Checking Formulas: Tracing Dependents & Precedents

checking1“Is this formula in cell A10 used for anything?” “Where are these inputs in cell Y54 coming from?” If you ever asked yourself these questions, read on.

 

1. Tracing Precedents
“Precedent cells are cells that are referred to by a formula in another cell. For example, if cell D10 contains the formula =B5, cell B5 is a precedent to cell D10.” Microsoft

To easily see which cells are referred to in a particular formula:

  1. Click on the cell you want to evaluate
  2. Click on the Formulas -> Formula Auditing -> Trace Precedents

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When you click on this, Excel will create blue lines from the cells that make up the formula in the cell back to the cell you’re analyzing.

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2. Tracing Dependents
“Dependent cells contain formulas that refer to other cells. For example, if cell D10 contains the formula =B5, cell D10 is a dependent of cell B5.” Microsoft

To easily see which cells use a particular formula:

  1. Click on the cell you want to evaluate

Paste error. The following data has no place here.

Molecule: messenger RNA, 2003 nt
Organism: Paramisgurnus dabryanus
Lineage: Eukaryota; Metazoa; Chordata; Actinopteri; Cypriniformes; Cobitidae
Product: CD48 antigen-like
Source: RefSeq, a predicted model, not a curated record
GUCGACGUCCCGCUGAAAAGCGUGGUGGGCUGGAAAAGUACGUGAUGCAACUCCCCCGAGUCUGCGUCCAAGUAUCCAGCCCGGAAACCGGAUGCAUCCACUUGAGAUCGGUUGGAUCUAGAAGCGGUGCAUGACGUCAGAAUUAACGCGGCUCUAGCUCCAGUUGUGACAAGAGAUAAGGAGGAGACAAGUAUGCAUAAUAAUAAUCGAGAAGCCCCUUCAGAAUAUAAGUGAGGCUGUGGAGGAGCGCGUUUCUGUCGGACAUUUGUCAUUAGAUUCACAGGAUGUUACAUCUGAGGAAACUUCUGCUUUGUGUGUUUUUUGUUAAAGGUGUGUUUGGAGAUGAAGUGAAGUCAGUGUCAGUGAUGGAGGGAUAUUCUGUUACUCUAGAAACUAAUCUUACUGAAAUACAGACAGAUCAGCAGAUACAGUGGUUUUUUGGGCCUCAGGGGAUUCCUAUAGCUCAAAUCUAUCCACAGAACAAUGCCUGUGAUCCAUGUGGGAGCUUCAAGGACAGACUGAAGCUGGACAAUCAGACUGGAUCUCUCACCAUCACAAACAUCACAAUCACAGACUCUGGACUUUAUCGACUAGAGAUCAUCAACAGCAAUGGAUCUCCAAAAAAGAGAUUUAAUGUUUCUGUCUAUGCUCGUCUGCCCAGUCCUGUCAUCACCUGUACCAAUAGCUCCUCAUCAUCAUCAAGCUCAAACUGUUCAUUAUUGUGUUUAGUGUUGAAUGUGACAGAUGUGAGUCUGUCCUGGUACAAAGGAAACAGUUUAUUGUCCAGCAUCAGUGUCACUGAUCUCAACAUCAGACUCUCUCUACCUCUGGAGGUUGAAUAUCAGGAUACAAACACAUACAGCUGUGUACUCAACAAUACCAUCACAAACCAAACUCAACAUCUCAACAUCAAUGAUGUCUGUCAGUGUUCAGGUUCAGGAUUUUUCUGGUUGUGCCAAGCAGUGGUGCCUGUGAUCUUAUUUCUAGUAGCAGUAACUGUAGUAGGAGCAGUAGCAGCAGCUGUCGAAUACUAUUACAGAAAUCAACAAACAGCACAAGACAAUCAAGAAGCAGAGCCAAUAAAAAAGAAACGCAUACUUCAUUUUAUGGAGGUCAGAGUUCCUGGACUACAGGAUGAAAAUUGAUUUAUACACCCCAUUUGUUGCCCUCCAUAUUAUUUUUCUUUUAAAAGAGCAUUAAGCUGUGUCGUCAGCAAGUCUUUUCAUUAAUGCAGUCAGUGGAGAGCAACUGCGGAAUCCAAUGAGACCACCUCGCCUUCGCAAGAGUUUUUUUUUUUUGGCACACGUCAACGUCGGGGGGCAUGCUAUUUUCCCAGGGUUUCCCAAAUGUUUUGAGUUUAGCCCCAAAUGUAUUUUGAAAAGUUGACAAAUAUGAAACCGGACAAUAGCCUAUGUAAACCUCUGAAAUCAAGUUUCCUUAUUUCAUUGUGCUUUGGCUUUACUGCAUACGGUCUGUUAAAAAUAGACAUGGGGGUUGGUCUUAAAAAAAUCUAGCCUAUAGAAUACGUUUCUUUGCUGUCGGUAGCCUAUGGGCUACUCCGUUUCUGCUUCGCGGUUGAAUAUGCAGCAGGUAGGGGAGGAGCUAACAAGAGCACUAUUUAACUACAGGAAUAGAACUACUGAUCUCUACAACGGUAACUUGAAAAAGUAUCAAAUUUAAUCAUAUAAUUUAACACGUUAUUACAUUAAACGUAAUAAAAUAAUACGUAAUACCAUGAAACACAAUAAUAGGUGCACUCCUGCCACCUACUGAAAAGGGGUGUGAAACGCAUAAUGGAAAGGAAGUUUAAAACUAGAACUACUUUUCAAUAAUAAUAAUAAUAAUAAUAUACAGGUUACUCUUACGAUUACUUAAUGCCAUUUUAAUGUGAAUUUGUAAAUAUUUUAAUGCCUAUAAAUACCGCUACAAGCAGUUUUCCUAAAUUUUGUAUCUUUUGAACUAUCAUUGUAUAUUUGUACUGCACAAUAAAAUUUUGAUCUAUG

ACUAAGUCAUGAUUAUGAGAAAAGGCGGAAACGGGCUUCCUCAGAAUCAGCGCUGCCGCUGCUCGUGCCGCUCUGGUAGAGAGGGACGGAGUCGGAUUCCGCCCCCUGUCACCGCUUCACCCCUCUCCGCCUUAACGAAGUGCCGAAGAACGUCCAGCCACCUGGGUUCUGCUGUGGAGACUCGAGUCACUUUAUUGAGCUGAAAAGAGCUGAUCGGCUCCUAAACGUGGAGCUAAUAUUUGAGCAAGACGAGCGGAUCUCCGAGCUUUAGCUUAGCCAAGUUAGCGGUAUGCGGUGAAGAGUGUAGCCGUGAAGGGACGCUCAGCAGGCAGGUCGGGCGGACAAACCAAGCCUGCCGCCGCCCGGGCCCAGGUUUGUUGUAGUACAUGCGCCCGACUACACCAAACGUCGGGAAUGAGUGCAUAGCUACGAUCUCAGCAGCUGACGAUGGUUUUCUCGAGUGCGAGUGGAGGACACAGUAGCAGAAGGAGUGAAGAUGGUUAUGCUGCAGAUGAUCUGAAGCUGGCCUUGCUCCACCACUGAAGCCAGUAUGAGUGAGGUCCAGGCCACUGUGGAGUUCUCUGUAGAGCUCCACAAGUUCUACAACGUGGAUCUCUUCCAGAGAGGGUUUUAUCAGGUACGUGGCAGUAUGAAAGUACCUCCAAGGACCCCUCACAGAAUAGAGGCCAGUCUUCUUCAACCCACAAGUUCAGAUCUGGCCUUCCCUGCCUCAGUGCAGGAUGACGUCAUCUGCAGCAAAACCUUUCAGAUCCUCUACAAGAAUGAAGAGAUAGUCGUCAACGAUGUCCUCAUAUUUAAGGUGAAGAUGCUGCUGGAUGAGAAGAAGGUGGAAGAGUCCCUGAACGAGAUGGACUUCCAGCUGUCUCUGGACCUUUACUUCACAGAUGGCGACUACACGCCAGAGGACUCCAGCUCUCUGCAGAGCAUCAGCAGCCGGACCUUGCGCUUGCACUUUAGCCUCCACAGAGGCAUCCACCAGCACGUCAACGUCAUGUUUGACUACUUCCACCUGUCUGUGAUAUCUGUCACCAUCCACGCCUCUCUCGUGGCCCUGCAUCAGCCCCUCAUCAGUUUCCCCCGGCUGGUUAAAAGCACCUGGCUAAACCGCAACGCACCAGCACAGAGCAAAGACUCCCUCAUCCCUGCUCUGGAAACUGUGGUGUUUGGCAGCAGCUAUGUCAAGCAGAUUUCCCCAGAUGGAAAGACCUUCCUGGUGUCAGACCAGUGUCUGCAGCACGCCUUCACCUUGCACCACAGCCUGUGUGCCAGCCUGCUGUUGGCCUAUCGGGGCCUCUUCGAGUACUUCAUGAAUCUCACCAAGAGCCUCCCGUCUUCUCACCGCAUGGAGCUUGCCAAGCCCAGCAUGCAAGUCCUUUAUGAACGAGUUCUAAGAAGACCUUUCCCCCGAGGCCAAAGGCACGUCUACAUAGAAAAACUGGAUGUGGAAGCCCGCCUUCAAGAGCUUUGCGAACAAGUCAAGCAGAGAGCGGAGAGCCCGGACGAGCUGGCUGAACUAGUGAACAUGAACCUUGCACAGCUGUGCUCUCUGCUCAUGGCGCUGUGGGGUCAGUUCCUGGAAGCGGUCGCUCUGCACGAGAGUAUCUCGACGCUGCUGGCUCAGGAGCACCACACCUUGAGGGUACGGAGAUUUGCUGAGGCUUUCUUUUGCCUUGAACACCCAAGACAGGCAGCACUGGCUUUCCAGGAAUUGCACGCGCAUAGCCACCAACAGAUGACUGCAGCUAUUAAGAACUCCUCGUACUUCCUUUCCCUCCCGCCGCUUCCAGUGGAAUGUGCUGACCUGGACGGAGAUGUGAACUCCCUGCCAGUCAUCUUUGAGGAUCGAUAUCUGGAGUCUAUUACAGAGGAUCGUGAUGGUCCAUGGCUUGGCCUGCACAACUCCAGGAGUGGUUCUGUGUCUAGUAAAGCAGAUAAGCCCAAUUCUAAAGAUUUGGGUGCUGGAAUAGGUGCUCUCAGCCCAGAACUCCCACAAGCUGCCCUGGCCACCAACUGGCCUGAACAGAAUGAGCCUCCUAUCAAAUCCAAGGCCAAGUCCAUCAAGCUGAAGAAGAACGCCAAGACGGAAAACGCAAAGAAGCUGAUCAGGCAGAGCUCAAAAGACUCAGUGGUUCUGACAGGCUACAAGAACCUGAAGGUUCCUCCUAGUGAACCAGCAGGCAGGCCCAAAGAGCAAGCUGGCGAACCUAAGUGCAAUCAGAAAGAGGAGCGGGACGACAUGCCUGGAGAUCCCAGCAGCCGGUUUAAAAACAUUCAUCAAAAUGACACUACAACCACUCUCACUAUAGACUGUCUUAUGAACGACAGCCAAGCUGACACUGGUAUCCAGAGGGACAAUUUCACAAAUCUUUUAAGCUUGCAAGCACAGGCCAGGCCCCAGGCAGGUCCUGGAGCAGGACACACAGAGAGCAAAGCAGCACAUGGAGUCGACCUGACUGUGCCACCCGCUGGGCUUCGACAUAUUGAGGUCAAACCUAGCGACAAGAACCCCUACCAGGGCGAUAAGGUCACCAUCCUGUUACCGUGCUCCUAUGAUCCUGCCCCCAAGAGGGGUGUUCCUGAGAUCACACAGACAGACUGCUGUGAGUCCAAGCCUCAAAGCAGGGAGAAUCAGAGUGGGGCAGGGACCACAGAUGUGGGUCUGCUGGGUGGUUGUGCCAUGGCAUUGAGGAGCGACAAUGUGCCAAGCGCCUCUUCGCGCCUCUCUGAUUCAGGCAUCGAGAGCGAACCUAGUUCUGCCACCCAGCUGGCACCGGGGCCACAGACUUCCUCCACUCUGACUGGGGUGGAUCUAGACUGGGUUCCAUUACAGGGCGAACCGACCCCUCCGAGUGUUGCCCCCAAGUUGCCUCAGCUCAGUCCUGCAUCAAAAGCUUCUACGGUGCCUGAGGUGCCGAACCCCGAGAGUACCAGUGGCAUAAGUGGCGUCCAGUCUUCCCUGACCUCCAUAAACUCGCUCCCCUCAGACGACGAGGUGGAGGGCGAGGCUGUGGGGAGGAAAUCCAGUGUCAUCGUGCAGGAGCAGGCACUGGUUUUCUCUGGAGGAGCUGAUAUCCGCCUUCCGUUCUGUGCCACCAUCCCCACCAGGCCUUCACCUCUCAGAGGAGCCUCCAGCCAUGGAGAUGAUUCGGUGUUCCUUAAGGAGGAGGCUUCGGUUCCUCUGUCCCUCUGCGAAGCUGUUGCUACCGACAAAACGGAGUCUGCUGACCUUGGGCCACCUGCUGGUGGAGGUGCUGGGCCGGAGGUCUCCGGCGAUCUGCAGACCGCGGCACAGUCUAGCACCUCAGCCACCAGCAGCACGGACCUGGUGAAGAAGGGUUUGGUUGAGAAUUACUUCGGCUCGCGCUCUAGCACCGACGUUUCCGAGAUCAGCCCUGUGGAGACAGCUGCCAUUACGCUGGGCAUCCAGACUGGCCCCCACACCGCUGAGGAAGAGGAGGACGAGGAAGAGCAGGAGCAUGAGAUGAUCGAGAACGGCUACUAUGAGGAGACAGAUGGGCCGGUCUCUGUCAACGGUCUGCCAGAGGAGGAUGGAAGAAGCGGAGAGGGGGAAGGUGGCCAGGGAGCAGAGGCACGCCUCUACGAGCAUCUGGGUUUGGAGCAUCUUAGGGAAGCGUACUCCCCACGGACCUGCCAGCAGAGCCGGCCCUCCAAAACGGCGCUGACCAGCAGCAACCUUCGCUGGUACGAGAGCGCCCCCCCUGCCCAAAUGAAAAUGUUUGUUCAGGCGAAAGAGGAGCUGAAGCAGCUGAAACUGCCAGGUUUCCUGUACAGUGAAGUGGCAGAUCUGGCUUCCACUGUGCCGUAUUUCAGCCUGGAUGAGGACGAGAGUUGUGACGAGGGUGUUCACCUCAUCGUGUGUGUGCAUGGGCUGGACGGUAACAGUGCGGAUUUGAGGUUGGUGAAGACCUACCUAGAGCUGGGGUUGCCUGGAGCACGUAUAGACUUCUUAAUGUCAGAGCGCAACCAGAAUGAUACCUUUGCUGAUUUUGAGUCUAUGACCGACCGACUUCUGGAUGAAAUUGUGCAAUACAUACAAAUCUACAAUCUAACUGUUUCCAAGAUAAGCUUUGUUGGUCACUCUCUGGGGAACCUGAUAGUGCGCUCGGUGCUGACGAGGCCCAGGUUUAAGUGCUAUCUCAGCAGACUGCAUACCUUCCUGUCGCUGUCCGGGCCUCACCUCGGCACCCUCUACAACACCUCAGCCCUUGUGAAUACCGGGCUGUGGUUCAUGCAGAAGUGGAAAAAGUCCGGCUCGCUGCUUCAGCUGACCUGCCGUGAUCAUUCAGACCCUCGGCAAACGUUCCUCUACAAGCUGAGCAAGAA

2. Click on the Formulas -> Formula Auditing -> Trace Dependents

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When you click on this, Excel will create blue lines from the cells that are dependent on the analyzed cell back to the cell you’re analyzing. In the image below we see that cell F2 is dependent on the Payment cell in C5. Trace Dependent is especially helpful when you are trying to clean up a spreadsheet. Many times people will put random calculations to the side or have redundant calculations. You can quickly see which formulas and cells are actually being used and delete the others.

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If there are no Dependents or Precedents, the following message will appear:

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To remove the blue arrows, click on Remove Arrows:

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Dissecting a String: =LEFT() & =RIGHT()

7378048_origExcel data dumps are very great at combining lots of individual pieces of good information into one string. Unfortunately, this makes it very frustrating to the end user who then needs to extract that data. What if we could use formulas to do that dirty work for us…

No doubt you’ve received a data dump that includes an employees ID number, last name, first name, date of birth and dog’s name all in one string that looks like this: 589493CoughranNate01011986Fluffy. Good information but useless in its current form. Let’s learn how to extract that data.